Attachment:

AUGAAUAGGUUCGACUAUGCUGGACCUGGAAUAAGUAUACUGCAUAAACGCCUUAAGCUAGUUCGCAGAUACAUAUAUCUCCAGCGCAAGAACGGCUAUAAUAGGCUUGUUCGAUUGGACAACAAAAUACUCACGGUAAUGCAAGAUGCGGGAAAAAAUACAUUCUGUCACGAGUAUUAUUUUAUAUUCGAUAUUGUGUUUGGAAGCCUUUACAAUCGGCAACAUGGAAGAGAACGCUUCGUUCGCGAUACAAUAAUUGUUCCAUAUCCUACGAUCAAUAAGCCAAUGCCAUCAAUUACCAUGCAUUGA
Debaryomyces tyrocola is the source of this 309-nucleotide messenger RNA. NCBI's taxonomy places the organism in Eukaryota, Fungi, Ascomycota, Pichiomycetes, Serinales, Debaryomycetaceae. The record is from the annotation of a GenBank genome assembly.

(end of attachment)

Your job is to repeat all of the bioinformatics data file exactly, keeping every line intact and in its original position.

AUGAAUAGGUUCGACUAUGCUGGACCUGGAAUAAGUAUACUGCAUAAACGCCUUAAGCUAGUUCGCAGAUACAUAUAUCUCCAGCGCAAGAACGGCUAUAAUAGGCUUGUUCGAUUGGACAACAAAAUACUCACGGUAAUGCAAGAUGCGGGAAAAAAUACAUUCUGUCACGAGUAUUAUUUUAUAUUCGAUAUUGUGUUUGGAAGCCUUUACAAUCGGCAACAUGGAAGAGAACGCUUCGUUCGCGAUACAAUAAUUGUUCCAUAUCCUACGAUCAAUAAGCCAAUGCCAUCAAUUACCAUGCAUUGA
Debaryomyces tyrocola is the source of this 309-nucleotide messenger RNA. NCBI's taxonomy places the organism in Eukaryota, Fungi, Ascomycota, Pichiomycetes, Serinales, Debaryomycetaceae. The record is from the annotation of a GenBank genome assembly.